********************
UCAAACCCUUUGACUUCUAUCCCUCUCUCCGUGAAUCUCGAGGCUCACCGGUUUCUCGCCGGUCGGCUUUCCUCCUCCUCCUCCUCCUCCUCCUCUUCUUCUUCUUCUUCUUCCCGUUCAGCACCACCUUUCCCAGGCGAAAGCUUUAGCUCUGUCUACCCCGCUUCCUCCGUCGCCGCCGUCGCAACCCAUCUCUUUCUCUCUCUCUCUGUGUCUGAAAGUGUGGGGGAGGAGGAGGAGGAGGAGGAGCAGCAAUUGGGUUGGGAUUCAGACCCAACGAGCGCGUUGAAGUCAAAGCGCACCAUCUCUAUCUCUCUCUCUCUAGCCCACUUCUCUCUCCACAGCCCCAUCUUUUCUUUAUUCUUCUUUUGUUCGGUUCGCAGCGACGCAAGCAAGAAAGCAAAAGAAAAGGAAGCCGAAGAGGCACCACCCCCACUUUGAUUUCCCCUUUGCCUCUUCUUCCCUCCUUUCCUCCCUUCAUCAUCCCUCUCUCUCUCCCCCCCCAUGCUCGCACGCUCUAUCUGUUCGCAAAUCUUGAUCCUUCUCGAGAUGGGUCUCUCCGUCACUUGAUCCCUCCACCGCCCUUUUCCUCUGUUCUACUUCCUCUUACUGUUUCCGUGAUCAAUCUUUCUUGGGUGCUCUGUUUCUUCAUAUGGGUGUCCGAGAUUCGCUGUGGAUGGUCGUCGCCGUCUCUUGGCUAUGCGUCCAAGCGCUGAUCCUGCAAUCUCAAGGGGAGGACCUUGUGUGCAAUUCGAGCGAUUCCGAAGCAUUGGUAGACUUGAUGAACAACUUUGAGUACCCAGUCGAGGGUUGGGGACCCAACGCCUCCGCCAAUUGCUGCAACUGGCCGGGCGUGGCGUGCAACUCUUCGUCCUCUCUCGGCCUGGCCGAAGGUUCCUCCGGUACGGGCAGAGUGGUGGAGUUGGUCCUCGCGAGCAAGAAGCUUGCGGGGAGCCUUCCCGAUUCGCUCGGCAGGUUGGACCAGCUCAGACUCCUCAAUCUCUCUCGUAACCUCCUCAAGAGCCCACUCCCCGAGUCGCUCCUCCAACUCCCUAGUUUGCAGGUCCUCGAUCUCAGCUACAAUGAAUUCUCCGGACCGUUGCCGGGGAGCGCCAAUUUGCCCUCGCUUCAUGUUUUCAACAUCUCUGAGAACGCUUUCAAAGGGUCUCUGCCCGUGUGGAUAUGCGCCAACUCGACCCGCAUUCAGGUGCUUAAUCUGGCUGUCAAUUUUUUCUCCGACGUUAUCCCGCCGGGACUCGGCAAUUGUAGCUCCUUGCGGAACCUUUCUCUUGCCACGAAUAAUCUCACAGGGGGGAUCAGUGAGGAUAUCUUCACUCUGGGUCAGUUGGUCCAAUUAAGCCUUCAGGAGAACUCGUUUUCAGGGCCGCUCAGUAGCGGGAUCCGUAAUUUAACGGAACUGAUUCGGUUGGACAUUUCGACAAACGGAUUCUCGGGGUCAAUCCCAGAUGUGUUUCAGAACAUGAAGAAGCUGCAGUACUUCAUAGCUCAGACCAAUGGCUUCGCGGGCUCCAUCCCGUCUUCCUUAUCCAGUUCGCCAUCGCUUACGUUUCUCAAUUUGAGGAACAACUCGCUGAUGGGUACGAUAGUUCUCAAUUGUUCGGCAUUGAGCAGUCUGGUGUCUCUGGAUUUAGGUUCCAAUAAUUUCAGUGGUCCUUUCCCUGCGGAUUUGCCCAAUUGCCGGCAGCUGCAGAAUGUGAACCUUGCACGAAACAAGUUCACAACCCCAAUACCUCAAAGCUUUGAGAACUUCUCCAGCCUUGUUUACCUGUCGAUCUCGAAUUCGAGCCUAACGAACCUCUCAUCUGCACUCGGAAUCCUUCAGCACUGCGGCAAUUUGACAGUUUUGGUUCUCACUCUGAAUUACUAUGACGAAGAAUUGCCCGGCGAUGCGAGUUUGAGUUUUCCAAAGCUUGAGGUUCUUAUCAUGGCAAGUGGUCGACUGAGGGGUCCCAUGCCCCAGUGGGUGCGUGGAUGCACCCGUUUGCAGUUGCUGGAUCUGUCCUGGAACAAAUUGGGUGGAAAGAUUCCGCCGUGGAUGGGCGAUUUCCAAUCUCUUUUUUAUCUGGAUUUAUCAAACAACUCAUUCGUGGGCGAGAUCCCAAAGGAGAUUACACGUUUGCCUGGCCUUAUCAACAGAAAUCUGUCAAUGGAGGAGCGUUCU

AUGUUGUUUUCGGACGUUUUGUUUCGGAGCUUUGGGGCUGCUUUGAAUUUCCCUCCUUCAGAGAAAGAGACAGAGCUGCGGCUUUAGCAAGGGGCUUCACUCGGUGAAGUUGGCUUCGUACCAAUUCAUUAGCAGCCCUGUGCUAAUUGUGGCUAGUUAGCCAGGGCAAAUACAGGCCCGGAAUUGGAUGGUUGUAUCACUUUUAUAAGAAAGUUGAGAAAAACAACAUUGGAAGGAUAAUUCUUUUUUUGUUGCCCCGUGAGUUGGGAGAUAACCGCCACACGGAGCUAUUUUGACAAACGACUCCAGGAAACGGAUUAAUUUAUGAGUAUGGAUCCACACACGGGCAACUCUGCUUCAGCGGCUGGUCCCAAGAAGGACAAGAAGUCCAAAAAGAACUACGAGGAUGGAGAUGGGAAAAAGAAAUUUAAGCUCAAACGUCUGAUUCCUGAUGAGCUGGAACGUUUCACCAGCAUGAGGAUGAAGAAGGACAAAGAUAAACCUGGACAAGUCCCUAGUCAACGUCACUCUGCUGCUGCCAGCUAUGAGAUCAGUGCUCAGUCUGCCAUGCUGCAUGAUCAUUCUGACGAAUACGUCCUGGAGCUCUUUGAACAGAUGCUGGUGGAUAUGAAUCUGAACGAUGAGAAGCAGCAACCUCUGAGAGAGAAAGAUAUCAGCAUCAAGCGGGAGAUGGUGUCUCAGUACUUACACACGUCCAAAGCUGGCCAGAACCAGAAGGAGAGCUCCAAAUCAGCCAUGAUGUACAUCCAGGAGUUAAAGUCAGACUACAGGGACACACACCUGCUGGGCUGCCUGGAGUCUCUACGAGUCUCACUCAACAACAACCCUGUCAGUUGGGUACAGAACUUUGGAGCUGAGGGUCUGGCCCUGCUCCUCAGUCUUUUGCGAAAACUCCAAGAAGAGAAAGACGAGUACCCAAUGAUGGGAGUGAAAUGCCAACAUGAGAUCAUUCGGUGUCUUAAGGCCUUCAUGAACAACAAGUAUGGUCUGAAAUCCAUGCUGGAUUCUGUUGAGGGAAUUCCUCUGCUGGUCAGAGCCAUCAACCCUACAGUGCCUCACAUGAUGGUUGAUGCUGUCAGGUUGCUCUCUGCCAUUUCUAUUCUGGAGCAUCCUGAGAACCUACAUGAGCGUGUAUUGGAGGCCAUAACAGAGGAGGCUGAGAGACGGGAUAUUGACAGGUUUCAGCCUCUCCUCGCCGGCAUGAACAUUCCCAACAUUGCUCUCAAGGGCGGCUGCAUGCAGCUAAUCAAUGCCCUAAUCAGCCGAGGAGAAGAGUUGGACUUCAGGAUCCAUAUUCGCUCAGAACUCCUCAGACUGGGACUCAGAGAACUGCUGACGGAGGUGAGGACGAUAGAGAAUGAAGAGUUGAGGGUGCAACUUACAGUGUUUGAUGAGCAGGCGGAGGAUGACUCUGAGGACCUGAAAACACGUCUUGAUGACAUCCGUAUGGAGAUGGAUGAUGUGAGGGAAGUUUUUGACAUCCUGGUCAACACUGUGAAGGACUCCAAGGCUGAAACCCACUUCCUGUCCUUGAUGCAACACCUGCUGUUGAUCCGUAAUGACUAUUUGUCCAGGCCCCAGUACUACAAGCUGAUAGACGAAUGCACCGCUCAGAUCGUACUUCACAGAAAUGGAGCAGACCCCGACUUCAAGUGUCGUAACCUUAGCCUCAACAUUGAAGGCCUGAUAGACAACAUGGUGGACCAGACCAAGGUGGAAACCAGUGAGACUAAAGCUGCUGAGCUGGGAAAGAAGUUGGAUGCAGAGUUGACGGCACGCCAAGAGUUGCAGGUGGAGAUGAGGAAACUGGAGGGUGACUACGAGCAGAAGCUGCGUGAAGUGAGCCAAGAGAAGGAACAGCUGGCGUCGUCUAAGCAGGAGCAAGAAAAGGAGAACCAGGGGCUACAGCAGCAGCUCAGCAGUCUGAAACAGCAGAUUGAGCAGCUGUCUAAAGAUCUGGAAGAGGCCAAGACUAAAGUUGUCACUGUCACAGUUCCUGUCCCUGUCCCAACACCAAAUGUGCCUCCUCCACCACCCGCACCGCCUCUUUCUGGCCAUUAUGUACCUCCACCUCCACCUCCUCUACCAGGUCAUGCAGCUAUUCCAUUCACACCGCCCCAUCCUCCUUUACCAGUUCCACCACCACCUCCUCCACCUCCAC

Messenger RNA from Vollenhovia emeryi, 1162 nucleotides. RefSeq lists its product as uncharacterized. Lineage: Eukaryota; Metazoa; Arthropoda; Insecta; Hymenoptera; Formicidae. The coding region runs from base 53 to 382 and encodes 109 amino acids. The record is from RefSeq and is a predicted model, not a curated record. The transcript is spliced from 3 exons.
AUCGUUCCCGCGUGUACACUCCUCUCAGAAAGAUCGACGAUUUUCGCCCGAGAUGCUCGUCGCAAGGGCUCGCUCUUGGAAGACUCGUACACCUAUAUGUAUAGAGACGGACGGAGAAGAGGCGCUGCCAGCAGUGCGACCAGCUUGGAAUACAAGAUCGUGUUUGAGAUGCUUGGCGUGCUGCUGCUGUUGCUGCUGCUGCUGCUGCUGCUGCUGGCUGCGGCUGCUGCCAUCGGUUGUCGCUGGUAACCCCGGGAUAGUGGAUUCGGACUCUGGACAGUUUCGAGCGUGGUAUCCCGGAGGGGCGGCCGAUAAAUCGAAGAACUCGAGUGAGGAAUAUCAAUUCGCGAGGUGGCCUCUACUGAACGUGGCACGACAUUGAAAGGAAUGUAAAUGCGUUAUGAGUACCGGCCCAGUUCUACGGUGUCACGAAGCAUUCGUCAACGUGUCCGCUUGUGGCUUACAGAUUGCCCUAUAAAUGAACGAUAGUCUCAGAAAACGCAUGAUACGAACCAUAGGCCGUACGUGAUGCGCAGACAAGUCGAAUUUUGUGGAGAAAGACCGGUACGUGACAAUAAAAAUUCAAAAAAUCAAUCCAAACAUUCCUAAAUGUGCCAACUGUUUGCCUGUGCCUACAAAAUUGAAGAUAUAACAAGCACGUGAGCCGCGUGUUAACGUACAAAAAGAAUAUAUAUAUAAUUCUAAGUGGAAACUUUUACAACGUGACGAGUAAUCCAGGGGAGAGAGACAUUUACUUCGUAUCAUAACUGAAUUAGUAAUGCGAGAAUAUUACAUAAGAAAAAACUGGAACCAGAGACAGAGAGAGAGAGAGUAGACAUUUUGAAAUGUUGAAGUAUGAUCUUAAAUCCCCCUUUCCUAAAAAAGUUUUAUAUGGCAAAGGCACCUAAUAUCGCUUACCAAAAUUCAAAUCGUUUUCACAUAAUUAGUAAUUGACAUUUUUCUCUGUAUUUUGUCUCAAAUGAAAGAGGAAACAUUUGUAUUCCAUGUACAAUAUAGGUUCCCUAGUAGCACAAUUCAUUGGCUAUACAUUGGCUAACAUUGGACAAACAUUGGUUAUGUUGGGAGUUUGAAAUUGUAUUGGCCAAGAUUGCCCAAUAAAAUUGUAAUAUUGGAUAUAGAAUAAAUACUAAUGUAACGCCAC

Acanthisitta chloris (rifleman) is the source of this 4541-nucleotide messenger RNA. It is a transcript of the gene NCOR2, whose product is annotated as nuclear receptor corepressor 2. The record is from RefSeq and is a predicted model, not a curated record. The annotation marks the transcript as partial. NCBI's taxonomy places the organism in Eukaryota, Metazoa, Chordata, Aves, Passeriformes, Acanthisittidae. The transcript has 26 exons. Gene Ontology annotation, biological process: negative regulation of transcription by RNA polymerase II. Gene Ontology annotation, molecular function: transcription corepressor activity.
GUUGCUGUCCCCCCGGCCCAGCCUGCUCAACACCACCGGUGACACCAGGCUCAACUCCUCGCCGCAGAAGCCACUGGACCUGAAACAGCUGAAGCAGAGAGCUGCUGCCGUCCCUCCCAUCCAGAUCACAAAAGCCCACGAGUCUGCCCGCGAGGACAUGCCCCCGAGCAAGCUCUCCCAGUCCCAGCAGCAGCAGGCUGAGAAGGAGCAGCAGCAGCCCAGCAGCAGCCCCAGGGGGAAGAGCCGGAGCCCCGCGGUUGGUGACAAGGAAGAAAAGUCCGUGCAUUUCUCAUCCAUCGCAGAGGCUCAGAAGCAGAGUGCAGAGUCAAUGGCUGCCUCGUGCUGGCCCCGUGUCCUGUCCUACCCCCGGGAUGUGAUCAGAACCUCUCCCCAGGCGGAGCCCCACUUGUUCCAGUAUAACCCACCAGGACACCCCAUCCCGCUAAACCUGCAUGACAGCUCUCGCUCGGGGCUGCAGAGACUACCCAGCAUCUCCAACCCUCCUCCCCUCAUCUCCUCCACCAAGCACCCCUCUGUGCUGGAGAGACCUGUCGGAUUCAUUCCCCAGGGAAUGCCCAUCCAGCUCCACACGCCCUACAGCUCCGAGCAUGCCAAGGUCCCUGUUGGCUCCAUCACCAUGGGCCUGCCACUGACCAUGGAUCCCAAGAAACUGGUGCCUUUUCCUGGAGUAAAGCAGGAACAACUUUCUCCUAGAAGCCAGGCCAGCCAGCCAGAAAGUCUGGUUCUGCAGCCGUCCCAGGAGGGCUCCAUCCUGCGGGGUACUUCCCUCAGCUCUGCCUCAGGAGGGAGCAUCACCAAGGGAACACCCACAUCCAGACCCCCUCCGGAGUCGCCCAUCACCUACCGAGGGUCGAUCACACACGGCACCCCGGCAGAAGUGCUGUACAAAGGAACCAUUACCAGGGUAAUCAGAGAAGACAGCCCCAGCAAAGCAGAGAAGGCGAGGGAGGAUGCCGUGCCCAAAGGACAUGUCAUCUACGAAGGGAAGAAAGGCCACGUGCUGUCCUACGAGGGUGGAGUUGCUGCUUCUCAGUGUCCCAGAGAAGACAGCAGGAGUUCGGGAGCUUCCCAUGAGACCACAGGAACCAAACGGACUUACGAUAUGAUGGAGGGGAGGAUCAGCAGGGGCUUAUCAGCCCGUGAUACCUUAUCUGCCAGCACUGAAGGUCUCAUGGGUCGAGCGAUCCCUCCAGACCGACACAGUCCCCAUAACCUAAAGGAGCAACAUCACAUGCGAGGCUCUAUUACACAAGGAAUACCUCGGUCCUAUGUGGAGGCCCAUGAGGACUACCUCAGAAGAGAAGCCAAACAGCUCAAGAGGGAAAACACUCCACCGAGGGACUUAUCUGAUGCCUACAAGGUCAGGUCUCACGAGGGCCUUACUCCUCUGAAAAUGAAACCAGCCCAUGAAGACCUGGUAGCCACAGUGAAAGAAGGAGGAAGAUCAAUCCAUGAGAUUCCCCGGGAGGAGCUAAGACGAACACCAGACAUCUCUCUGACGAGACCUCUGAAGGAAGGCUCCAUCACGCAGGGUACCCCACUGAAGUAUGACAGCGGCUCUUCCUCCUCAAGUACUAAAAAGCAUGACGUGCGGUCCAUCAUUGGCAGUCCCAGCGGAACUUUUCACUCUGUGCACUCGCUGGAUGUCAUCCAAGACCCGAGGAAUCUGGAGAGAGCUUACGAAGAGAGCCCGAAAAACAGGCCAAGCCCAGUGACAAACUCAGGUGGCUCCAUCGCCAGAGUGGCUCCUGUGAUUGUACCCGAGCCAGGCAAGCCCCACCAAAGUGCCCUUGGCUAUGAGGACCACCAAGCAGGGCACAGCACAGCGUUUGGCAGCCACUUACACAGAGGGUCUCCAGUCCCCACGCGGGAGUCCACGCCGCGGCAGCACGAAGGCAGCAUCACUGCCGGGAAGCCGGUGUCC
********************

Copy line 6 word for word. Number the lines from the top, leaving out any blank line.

GUUGCUGUCCCCCCGGCCCAGCCUGCUCAACACCACCGGUGACACCAGGCUCAACUCCUCGCCGCAGAAGCCACUGGACCUGAAACAGCUGAAGCAGAGAGCUGCUGCCGUCCCUCCCAUCCAGAUCACAAAAGCCCACGAGUCUGCCCGCGAGGACAUGCCCCCGAGCAAGCUCUCCCAGUCCCAGCAGCAGCAGGCUGAGAAGGAGCAGCAGCAGCCCAGCAGCAGCCCCAGGGGGAAGAGCCGGAGCCCCGCGGUUGGUGACAAGGAAGAAAAGUCCGUGCAUUUCUCAUCCAUCGCAGAGGCUCAGAAGCAGAGUGCAGAGUCAAUGGCUGCCUCGUGCUGGCCCCGUGUCCUGUCCUACCCCCGGGAUGUGAUCAGAACCUCUCCCCAGGCGGAGCCCCACUUGUUCCAGUAUAACCCACCAGGACACCCCAUCCCGCUAAACCUGCAUGACAGCUCUCGCUCGGGGCUGCAGAGACUACCCAGCAUCUCCAACCCUCCUCCCCUCAUCUCCUCCACCAAGCACCCCUCUGUGCUGGAGAGACCUGUCGGAUUCAUUCCCCAGGGAAUGCCCAUCCAGCUCCACACGCCCUACAGCUCCGAGCAUGCCAAGGUCCCUGUUGGCUCCAUCACCAUGGGCCUGCCACUGACCAUGGAUCCCAAGAAACUGGUGCCUUUUCCUGGAGUAAAGCAGGAACAACUUUCUCCUAGAAGCCAGGCCAGCCAGCCAGAAAGUCUGGUUCUGCAGCCGUCCCAGGAGGGCUCCAUCCUGCGGGGUACUUCCCUCAGCUCUGCCUCAGGAGGGAGCAUCACCAAGGGAACACCCACAUCCAGACCCCCUCCGGAGUCGCCCAUCACCUACCGAGGGUCGAUCACACACGGCACCCCGGCAGAAGUGCUGUACAAAGGAACCAUUACCAGGGUAAUCAGAGAAGACAGCCCCAGCAAAGCAGAGAAGGCGAGGGAGGAUGCCGUGCCCAAAGGACAUGUCAUCUACGAAGGGAAGAAAGGCCACGUGCUGUCCUACGAGGGUGGAGUUGCUGCUUCUCAGUGUCCCAGAGAAGACAGCAGGAGUUCGGGAGCUUCCCAUGAGACCACAGGAACCAAACGGACUUACGAUAUGAUGGAGGGGAGGAUCAGCAGGGGCUUAUCAGCCCGUGAUACCUUAUCUGCCAGCACUGAAGGUCUCAUGGGUCGAGCGAUCCCUCCAGACCGACACAGUCCCCAUAACCUAAAGGAGCAACAUCACAUGCGAGGCUCUAUUACACAAGGAAUACCUCGGUCCUAUGUGGAGGCCCAUGAGGACUACCUCAGAAGAGAAGCCAAACAGCUCAAGAGGGAAAACACUCCACCGAGGGACUUAUCUGAUGCCUACAAGGUCAGGUCUCACGAGGGCCUUACUCCUCUGAAAAUGAAACCAGCCCAUGAAGACCUGGUAGCCACAGUGAAAGAAGGAGGAAGAUCAAUCCAUGAGAUUCCCCGGGAGGAGCUAAGACGAACACCAGACAUCUCUCUGACGAGACCUCUGAAGGAAGGCUCCAUCACGCAGGGUACCCCACUGAAGUAUGACAGCGGCUCUUCCUCCUCAAGUACUAAAAAGCAUGACGUGCGGUCCAUCAUUGGCAGUCCCAGCGGAACUUUUCACUCUGUGCACUCGCUGGAUGUCAUCCAAGACCCGAGGAAUCUGGAGAGAGCUUACGAAGAGAGCCCGAAAAACAGGCCAAGCCCAGUGACAAACUCAGGUGGCUCCAUCGCCAGAGUGGCUCCUGUGAUUGUACCCGAGCCAGGCAAGCCCCACCAAAGUGCCCUUGGCUAUGAGGACCACCAAGCAGGGCACAGCACAGCGUUUGGCAGCCACUUACACAGAGGGUCUCCAGUCCCCACGCGGGAGUCCACGCCGCGGCAGCACGAAGGCAGCAUCACUGCCGGGAAGCCGGUGUCC